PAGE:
26. If you don’t jump high enough your yellow panties will be become red…just do your jumping before you do your drinking!

  27. Interesting New Year’s. Of course in the US people just get drunk. How did you find out about the yellow panties thing? Do they publicize it, telling everyone, go out and get your yellow panties now if you haven’t already? šŸ™‚

  28. I’ve been intuitively wearing yellow and red undies married life. My wife must have read this some years ago!
    Have a great 2011!

  29. LeslieTravel says:

    I heard about these traditions from an Ecuadorian-American friend and they sound so interesting. I’d love to see the celebrations firsthand. Thanks for the pics and description– and happy new year!

  30. Wow, talk abtout memories! I lived in Ecuador when I was really young (like 4-9) and Ano Viejo festivities were some of the greatest memories I have! I distinctly remember effegies of this really unpopular President they had at the timed named Sixto Duran Balle. There was even one with a growing nose to depict just how unpopular he was!

    Great list! I didn’t know about the panties one! What fun!

  31. Anne Kostalas says:

    Your Message We spent New Year in Spain and our Spanish family had red panties ready for us. I have one question.
    HOW DOES ANYONE KNOW YOU’RE WEARING THEM?

  32. Globetrottergirls says:

    It seems like you chose the right place to celebrate the New Year! Such interesting traditions, especially jumping over the fire – I hope we get to see some pictures of that šŸ˜‰ Have a happy New Year!

  33. Jozef Maxted says:

    Burning effigies is really similar to what we do in the Uk on bonfire night. A really insightful post though, its really interesting how traditions differ from country to country. Ecuador’s seem pretty fun!

  34. Michael Figueiredo says:

    These are great traditions! When I was in Madrid a couple years back we ate 12 grapes at midnight. Of course, they were not seedless and I gagged. Happy New Year to you!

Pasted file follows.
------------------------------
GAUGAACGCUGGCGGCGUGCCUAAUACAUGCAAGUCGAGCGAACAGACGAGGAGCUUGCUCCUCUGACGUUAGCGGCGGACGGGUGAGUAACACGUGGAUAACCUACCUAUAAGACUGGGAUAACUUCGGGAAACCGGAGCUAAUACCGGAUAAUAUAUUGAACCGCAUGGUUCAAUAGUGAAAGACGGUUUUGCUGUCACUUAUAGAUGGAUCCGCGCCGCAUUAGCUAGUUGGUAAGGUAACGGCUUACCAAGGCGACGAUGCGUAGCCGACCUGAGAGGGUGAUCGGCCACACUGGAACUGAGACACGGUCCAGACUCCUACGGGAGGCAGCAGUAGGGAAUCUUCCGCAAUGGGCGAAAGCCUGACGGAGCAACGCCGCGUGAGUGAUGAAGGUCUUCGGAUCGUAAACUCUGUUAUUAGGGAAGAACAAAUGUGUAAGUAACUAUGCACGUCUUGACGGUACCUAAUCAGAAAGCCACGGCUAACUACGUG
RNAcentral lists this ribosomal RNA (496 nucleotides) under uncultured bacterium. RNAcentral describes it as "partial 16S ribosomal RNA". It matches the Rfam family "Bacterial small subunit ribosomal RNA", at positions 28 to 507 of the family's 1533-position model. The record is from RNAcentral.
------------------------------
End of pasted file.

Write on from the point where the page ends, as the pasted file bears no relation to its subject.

35. Todd | Todd's Wanderings says:

    Wow, those are some amazing traditions. I don’t have yellow panties either šŸ˜‰ But it makes me want to jump on a plane and join you in the fire. Have a great time!

  36. So freakin cool dude! I loved hearing about their traditions, and I think yellow panties are a particularly fabulous idea!

  37. Michael Figueiredo says:

    I was inspired by your article to ask my friends and family about their favorite New Year’s traditions too! It is amazing how people around the world like to celebrate!

  38. This is very interesting… I had heard of the panties & grape thing cus we do that in Mexico too, but I had never heard of the rest.

    What does pink bring cus I do have a pair of pink ones i have never used jaja~

  39. I love this post

  40. WanderingTrader says:

    This post reminds me of my family gatherings every year, when we the latin’s moved into the “white neighborhoods” they always thought we were crazy for all the silly things we did during the holidays. lol love it!

  41. Hey! We had the 12 grapes in Mexico, my mom counted them to make sure there were 12! But like Michael above, they had seeds, no gagging though! ha

  42. I love these traditions. So much more meaning than over here where it’s a case of getting tarted up to go out, get absolutely wasted, sing Happy New Year, get kissed at midnight, fall asleep and wake up with a hangover. šŸ˜›

  43. WOW! I’m so glad you enjoyed our countries’ crazy anticts. šŸ™‚ I love going back to Ecuador for the holidays it is always a blast. šŸ™‚ Thanks for posting.

    1. Ayngelina Author says:

      It was the best New Year’s I have ever had.

  44. Mike Stewart says:

    The traditions that we usually practiced makes our culture more stable than ever. New Year is one of the best occasions that people can celebrate.

  45. Oh God, I’m from Ecuador, I was surfing on internet looking for some pictures of New year’s eve arround the world and I found this blog, makes me feel proud that our traditions can break distance barriers.

Leave a Reply

Your email address will not be published. Required fields are marked *

This site uses Akismet to reduce spam. Learn how your comment data is processed.

Close
Ā© Copyright 2021. Bacon Is Magic. All rights reserved
Close